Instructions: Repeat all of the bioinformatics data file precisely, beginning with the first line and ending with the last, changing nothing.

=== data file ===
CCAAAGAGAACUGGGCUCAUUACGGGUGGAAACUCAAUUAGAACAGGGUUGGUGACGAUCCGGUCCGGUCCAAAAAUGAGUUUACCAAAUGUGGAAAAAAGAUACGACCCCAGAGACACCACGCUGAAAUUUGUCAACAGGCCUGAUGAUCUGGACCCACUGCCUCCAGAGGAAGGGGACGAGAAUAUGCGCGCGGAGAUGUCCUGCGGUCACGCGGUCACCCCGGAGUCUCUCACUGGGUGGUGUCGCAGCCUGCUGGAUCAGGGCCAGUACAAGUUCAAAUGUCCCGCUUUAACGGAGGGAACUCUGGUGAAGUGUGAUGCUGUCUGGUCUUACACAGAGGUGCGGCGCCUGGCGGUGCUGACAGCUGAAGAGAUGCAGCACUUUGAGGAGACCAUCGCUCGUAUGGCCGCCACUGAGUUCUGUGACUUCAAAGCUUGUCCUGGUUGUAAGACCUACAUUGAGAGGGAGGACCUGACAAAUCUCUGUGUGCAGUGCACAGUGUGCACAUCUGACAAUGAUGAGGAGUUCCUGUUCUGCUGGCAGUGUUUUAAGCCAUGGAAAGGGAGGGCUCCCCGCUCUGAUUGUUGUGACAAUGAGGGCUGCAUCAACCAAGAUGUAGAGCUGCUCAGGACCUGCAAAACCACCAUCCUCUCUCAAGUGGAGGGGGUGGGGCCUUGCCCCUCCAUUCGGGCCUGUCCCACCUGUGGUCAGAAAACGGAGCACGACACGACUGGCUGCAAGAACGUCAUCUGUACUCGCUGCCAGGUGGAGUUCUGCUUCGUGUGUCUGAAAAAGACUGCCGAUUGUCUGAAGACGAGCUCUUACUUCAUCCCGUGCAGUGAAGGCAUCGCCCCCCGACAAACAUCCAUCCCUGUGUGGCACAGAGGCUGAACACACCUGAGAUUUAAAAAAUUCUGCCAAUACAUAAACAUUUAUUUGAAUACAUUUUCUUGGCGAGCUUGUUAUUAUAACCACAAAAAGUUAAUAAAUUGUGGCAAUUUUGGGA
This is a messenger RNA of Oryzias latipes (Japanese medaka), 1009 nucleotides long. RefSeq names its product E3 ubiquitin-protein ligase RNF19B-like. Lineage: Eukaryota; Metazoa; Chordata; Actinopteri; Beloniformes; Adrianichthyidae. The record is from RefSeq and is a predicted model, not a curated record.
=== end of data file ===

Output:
CCAAAGAGAACUGGGCUCAUUACGGGUGGAAACUCAAUUAGAACAGGGUUGGUGACGAUCCGGUCCGGUCCAAAAAUGAGUUUACCAAAUGUGGAAAAAAGAUACGACCCCAGAGACACCACGCUGAAAUUUGUCAACAGGCCUGAUGAUCUGGACCCACUGCCUCCAGAGGAAGGGGACGAGAAUAUGCGCGCGGAGAUGUCCUGCGGUCACGCGGUCACCCCGGAGUCUCUCACUGGGUGGUGUCGCAGCCUGCUGGAUCAGGGCCAGUACAAGUUCAAAUGUCCCGCUUUAACGGAGGGAACUCUGGUGAAGUGUGAUGCUGUCUGGUCUUACACAGAGGUGCGGCGCCUGGCGGUGCUGACAGCUGAAGAGAUGCAGCACUUUGAGGAGACCAUCGCUCGUAUGGCCGCCACUGAGUUCUGUGACUUCAAAGCUUGUCCUGGUUGUAAGACCUACAUUGAGAGGGAGGACCUGACAAAUCUCUGUGUGCAGUGCACAGUGUGCACAUCUGACAAUGAUGAGGAGUUCCUGUUCUGCUGGCAGUGUUUUAAGCCAUGGAAAGGGAGGGCUCCCCGCUCUGAUUGUUGUGACAAUGAGGGCUGCAUCAACCAAGAUGUAGAGCUGCUCAGGACCUGCAAAACCACCAUCCUCUCUCAAGUGGAGGGGGUGGGGCCUUGCCCCUCCAUUCGGGCCUGUCCCACCUGUGGUCAGAAAACGGAGCACGACACGACUGGCUGCAAGAACGUCAUCUGUACUCGCUGCCAGGUGGAGUUCUGCUUCGUGUGUCUGAAAAAGACUGCCGAUUGUCUGAAGACGAGCUCUUACUUCAUCCCGUGCAGUGAAGGCAUCGCCCCCCGACAAACAUCCAUCCCUGUGUGGCACAGAGGCUGAACACACCUGAGAUUUAAAAAAUUCUGCCAAUACAUAAACAUUUAUUUGAAUACAUUUUCUUGGCGAGCUUGUUAUUAUAACCACAAAAAGUUAAUAAAUUGUGGCAAUUUUGGGA
This is a messenger RNA of Oryzias latipes (Japanese medaka), 1009 nucleotides long. RefSeq names its product E3 ubiquitin-protein ligase RNF19B-like. Lineage: Eukaryota; Metazoa; Chordata; Actinopteri; Beloniformes; Adrianichthyidae. The record is from RefSeq and is a predicted model, not a curated record.